Organizations must – in the case of collecting personal data directly from data subjects – use adequate means to inform data subjects of the following elements before starting to collect his data:

  1. The valid legal or practical justification for collecting his/her personal data;
  2. The purpose of collecting his/her personal data, and whether collecting all or some of it is mandatory or optional, and informing him/her also that his/her data will not be processed later in a manner inconsistent with the purpose of its collection or in cases other than those stipulated in the PDPL;
  3. The identity of the person collecting the personal data and the address of his/her reference when necessary, unless the collection is for security purposes;
  4. The organization(s) to which the personal data will be disclosed, its/their capacity, and whether the personal data will be transferred, disclosed, or processed outside the Kingdom;
  5. Possible effects and dangers of not completing the personal data collection procedure;
  6. Data subject rights; and
  7. Other elements determined by the Regulations according to the nature of the activity practiced by the organization.

4. Data Protection Impact Assessment Obligation

The PDPL mandates organizations to conduct an assessment of the consequences of processing personal data for any product or service provided to the public according to the nature of their processing activities. The Regulations will set forth the relevant requirements for such assessments.

5. Security Requirements

The PDPL requires organizations to take the necessary organizational, administrative, and technical measures and means to ensure the preservation of personal data, including when it is transferred, in accordance with the provisions and controls specified by the Regulations (yet to be issued).

6. Record of Processing Activities Requirement

Under the PDPL, organizations are also required to keep records of their processing activities and for a period determined by the Regulations. The records should include a minimum of the following data:

  1. Contact details of the organization;
  2. The purpose of processing personal data;
  3. A description of the categories of data subjects;
  4. Any party to which personal data has been (or will be) disclosed;
  5. Whether personal data has been (or will be) transferred outside Saudi Arabia or disclosed to a party outside Saudi Arabia; and
  6. The period of time expected for keeping personal data.

7. Data Breach Notification Requirements

The PDPL requires that organizations must notify the regulatory authority as soon as they become aware of the occurrence of leakage or damage of personal data or the occurrence of illegal access. The Regulations will specify the circumstances in which the organization must notify the data subjects in the event of a leakage or damage to their personal data or illegal access. If the occurrence of any of the above would cause serious harm to their data or themselves, the organization must immediately notify data subjects.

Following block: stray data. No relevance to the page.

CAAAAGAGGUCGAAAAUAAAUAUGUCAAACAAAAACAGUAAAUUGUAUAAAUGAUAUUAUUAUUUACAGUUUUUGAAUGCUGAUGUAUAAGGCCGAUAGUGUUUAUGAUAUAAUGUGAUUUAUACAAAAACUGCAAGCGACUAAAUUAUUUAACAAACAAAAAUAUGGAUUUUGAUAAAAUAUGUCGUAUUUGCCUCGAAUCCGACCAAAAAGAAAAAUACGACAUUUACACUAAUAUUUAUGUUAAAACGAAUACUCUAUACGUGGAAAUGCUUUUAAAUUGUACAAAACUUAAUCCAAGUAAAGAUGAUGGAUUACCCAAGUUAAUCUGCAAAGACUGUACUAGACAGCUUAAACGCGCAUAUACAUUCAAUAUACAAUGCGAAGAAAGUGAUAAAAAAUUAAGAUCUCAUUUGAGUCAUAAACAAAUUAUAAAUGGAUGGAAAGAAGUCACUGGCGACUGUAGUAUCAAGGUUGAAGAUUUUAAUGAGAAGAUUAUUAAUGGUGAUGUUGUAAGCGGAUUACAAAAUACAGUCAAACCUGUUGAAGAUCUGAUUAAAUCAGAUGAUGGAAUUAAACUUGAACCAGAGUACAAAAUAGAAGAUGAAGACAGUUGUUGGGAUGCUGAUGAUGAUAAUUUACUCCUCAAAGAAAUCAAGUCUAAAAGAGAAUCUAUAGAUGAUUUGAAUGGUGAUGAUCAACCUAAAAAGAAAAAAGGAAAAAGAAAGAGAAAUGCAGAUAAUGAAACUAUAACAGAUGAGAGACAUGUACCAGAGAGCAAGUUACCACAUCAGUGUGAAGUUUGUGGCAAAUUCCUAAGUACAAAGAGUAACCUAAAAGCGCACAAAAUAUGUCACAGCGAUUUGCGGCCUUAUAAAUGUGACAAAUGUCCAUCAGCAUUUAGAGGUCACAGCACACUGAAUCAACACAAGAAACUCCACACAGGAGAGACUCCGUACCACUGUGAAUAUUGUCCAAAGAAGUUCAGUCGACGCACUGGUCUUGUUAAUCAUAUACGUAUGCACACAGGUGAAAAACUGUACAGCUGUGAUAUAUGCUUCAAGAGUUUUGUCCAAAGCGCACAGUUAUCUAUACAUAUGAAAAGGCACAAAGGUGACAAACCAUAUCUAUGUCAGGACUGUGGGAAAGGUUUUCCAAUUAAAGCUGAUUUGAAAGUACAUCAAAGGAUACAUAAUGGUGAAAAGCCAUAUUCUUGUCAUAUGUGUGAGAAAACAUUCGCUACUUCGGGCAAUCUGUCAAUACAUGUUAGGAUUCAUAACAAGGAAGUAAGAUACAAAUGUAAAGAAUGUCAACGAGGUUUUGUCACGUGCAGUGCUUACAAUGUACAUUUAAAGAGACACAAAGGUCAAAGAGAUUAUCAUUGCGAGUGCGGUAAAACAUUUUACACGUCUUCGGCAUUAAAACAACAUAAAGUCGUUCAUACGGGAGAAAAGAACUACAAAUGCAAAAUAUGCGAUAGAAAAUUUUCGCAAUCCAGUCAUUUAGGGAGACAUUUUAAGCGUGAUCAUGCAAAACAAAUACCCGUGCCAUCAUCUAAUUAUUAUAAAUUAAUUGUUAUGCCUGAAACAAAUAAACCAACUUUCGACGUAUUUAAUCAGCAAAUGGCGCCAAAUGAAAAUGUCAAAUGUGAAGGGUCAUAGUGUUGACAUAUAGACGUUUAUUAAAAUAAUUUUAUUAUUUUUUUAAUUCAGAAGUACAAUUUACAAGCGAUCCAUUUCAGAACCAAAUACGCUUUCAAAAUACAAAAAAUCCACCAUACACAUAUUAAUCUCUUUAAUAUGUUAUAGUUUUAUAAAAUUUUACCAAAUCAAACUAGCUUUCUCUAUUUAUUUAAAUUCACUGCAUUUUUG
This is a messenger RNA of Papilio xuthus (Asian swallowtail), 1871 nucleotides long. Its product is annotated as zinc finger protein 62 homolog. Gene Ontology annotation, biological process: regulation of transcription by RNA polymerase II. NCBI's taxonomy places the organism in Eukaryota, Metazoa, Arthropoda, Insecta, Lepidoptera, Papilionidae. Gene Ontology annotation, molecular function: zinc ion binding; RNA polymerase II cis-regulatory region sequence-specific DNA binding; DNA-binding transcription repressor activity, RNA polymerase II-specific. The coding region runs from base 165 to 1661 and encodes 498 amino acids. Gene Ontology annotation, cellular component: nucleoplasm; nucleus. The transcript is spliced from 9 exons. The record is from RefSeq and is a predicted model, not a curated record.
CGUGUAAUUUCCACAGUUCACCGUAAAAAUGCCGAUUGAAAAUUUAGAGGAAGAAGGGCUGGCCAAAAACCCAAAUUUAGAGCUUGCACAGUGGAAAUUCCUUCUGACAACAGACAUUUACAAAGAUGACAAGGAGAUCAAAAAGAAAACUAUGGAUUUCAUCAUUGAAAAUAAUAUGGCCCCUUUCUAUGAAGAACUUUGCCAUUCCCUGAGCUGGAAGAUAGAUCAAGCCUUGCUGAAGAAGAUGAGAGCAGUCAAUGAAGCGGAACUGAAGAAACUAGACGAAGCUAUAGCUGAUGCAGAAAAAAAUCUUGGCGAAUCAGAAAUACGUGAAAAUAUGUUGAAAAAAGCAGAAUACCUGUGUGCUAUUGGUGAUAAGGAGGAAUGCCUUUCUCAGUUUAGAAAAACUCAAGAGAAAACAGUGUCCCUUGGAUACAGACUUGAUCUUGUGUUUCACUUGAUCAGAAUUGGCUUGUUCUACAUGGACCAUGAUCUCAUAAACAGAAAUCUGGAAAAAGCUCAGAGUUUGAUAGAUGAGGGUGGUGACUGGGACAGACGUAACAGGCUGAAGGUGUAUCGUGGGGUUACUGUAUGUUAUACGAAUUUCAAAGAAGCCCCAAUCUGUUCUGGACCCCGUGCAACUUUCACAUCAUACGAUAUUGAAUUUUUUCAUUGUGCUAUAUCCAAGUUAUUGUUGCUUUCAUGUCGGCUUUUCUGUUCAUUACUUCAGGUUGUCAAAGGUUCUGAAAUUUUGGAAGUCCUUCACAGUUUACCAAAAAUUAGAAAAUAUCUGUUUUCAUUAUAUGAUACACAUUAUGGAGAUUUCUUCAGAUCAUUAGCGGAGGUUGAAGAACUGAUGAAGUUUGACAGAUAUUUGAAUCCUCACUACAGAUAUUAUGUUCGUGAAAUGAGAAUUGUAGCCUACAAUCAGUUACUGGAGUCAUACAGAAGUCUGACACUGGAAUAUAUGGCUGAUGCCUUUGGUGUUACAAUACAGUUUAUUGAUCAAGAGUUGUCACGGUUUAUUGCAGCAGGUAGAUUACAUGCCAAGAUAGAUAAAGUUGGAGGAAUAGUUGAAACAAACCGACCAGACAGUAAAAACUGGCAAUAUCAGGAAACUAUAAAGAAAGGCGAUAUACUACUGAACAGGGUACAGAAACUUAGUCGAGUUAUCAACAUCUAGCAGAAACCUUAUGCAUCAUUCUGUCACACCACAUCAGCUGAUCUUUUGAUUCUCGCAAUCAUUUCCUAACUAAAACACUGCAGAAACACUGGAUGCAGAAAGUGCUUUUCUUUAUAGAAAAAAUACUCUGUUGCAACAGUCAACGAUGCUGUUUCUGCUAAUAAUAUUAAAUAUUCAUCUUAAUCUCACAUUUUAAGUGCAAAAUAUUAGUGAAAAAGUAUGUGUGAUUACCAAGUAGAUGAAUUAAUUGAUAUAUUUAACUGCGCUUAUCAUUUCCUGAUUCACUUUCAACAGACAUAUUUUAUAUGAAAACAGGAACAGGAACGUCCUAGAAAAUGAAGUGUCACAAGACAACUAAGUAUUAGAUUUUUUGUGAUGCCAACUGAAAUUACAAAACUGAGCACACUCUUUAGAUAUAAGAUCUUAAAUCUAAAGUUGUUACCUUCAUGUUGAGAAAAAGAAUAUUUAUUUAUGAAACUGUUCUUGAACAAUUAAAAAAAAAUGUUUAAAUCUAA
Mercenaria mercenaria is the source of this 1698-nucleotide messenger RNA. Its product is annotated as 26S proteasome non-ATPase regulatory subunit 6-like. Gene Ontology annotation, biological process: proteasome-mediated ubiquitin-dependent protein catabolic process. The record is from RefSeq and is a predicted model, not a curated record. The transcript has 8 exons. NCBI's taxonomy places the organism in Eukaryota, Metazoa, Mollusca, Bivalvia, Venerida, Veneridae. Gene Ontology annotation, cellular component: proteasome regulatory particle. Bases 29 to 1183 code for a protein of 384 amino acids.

The breach notification provisions provided under the PDPL are stricter than many international laws with requirements to notify “immediately” rather than within a specified period.

8. Data Protection Officer Requirement

The PDPL provides that organizations are required to appoint a person (or several persons) to be responsible for implementing the provisions of the PDPL.

9. Vendors Assessments Obligation

The PDPL provides that organizations– when choosing the processing party – must choose an entity that provides the necessary guarantees for enforcing the provisions of the PDPL and Regulations, and must constantly verify such entity’s compliance with its instructions in all matters relating to the protection of personal data.

10. Marketing Requirements

The PDPL provides that personal data may not be used for marketing purposes without the consent of the recipient or use of opt-out mechanisms.

11. Cross Border Data Transfers Requirements

The PDPL has a stringent approach to data transfer outside of Saudi Arabia. The PDPL provides that except in cases of extreme necessity relating to a threat to the life of the data subject or his/her vital interests or to prevent, examine and treat an infection, organizations may not transfer personal data outside Saudi Arabia or disclose it to a party outside Saudi Arabia unless the transfer is required to comply with an agreement to which Saudi Arabia is party, or to serve Saudi interests, or for other purposes set out in the Regulations, provided that the following conditions are met:

  1. The data transfer must not prejudice national security or Saudi’s vital interests;
  2. The transferring organization must provide adequate guarantees for protecting the personal data that will be transferred or disclosed and maintain its confidentiality so that the data protection standards are not less than the standards stipulated in the PDPL and Regulations;
  3. The transfer must be restricted to the minimum personal data that is necessary for its purpose; and
  4. The regulatory authority must approve the transfer.

The PDPL also provides that regulatory authority may excuse an organization, on a case-by-case basis, from compliance with any of the above conditions except (1), if the regulatory authority itself or in cooperation with other bodies, assesses that the personal data will have an acceptable level of protection outside Saudi and that such data is not sensitive personal data. The Regulations will provide more details on how organizations can obtain approval from regulatory authorities for cross-border data transfers.

12. Separate Requirements for Processing Credit and Health Data